In the nightmare world of the Warsaw Ghetto there was a half-starved orphan so in love with literature that when the German occupiers banned the act of reading, she became a courier in a clandestine network calling itself a walking library. Risking her life, Renata would deliver books to readers. Sometimes she would receive a tip in the form of a piece of bread, but her payment was access to the books. Literature became her weapon against despair. Eerily, hiding in the ghetto, Renata read Franz Werfel’s Forty Days of Musa Dagh, his account of the Armenian genocide. Crouched in a corner of the room she shared with a myriad of relatives, Renata began to read Emile Zola’s Nana—a story about a French prostitute, who is the ruin of every man who pursues her. Her older brother pulled the novel out of her hands. “You’re too young to read that. You can read it when you’re eighteen.” Matter-of-factly the hollow-eyed youngster replied, “I won’t live to be eighteen.”
Surprising herself, the Jewish girl with the name meaning ‘reborn,” survived. In time she married, and then became a mother. Mine. When I was a little girl, my mother encouraged and guided my reading, gladly feeding my appetite for books. All my English teachers envisaged my becoming a writer—indeed; there was one who insisted on it. It was with great solemnity that, one frosty afternoon after school, my mother presented me with Anne of Green Gables. “When I was your age, I read this book in translation. This book introduced me to Canada. When I was your age my vision of Canada was of a faraway, peaceful land filled with snow. I could never have dreamed that one day my very own daughter would be Canadian-born and I would be giving her this book in the original English version.” The entire Anne series had been on my mother’s walking library list. Anne of Green Gables was her gift to both of us.
My brother’s eldest daughter surmounted a learning disability, and became a passionate reader. She would prop up her novels at the lunch table, read by flashlight in bed, hide with her books in corners of a large family home, and evade visitors in order to escape into the pages of her latest literary voyage.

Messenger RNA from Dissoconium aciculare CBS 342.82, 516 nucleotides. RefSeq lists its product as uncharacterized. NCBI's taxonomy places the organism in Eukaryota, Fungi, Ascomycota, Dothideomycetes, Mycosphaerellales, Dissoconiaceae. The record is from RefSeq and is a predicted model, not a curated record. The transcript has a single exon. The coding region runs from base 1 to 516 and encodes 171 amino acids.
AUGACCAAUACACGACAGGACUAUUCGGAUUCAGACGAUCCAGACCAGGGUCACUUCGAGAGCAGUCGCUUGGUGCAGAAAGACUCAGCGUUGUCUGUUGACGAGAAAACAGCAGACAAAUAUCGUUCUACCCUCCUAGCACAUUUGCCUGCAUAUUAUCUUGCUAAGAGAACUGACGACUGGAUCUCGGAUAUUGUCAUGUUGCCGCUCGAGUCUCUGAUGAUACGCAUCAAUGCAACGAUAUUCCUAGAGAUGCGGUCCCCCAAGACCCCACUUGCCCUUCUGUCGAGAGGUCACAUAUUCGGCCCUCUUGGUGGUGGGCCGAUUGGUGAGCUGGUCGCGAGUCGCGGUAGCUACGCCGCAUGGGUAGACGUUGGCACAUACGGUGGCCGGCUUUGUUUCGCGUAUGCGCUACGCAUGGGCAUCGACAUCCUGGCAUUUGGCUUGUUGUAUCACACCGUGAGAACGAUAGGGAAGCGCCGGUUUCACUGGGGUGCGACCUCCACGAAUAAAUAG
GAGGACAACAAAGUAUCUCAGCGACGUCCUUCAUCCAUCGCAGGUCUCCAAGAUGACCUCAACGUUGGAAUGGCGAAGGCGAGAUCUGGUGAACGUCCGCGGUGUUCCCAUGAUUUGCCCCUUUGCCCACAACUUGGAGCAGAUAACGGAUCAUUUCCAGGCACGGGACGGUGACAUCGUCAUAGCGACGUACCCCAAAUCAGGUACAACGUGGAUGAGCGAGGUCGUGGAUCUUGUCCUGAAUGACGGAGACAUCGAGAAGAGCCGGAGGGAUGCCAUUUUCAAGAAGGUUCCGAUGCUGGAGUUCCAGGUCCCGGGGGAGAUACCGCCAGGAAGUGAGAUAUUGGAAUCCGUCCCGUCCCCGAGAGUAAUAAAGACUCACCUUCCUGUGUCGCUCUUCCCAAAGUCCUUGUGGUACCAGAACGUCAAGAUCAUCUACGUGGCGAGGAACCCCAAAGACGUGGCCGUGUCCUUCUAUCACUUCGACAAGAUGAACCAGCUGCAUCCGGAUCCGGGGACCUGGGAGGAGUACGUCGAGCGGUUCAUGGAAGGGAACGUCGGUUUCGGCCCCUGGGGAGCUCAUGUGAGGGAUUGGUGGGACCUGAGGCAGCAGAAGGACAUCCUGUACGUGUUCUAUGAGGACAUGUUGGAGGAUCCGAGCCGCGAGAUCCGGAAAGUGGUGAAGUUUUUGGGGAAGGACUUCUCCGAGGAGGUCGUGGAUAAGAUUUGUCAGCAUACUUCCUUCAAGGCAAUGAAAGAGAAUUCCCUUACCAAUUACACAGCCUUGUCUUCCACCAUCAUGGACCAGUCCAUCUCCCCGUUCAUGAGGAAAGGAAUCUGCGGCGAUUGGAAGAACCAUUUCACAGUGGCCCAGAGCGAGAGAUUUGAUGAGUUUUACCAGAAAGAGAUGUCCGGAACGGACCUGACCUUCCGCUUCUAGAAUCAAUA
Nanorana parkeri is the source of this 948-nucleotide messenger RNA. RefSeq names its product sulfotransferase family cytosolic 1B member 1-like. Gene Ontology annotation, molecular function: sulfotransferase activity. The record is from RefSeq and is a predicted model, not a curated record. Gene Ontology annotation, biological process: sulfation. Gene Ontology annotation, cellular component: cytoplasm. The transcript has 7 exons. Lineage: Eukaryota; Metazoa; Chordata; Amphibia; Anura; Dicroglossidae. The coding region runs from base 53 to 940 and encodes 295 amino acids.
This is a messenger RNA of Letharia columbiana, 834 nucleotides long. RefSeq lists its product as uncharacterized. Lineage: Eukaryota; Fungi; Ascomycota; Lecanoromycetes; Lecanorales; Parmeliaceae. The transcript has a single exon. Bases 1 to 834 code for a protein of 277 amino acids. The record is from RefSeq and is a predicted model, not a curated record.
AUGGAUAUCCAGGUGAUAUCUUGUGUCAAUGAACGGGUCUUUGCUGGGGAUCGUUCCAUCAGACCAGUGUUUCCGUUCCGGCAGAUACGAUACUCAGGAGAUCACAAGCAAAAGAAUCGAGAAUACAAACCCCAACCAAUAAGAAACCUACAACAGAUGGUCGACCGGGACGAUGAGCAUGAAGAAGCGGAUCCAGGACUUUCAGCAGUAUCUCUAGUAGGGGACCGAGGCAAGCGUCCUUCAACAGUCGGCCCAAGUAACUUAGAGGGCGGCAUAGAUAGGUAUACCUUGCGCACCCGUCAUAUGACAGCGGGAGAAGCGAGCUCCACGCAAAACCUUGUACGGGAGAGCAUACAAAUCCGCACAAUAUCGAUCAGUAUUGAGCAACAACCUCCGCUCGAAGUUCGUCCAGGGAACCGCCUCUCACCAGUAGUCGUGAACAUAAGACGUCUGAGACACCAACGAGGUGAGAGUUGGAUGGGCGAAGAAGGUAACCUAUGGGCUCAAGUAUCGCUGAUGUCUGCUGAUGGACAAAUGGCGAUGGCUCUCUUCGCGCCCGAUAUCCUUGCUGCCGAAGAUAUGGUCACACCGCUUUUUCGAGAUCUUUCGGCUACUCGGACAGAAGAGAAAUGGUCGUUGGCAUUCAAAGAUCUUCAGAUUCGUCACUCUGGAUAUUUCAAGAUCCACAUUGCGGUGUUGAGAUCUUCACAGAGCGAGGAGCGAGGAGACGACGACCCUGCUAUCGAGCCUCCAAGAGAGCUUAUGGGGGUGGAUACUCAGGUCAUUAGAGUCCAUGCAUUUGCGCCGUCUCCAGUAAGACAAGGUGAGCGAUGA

The evening after my mother turned eighty, we attended my (now) eighteen-year-old niece’s high school commencement. Sitting in a gymnasium, witnessing the celebration of carefree teenagers in the serene land of Anne-with-an-E, tears streamed down the cheeks of my niece’s “Nana.”
Familiar with the interior of my mother’s apartment, the concierge of the building in which she lives has dubbed her “The Lady Who Loves Books.” The cancer my mother lives with has slowed her down, so she doesn’t get to the libraries as often as she would like. My mother holds a membership card in not one, but two libraries. At the beginning of winter I registered her in a program run by the library in her neighborhood. A team of volunteers deliver material to the members who are shut in. My mother cheerfully peruses the catalogues and contentedly creates lists of the books she wants to read, which are filled by couriers who brave the ice and the snow to bring them to her.
Yet ‘The Lady Who Loves Books’ refuses to read to the end of Emile Zola’s Nana. She’s afraid that if she does, her life will come to an end too.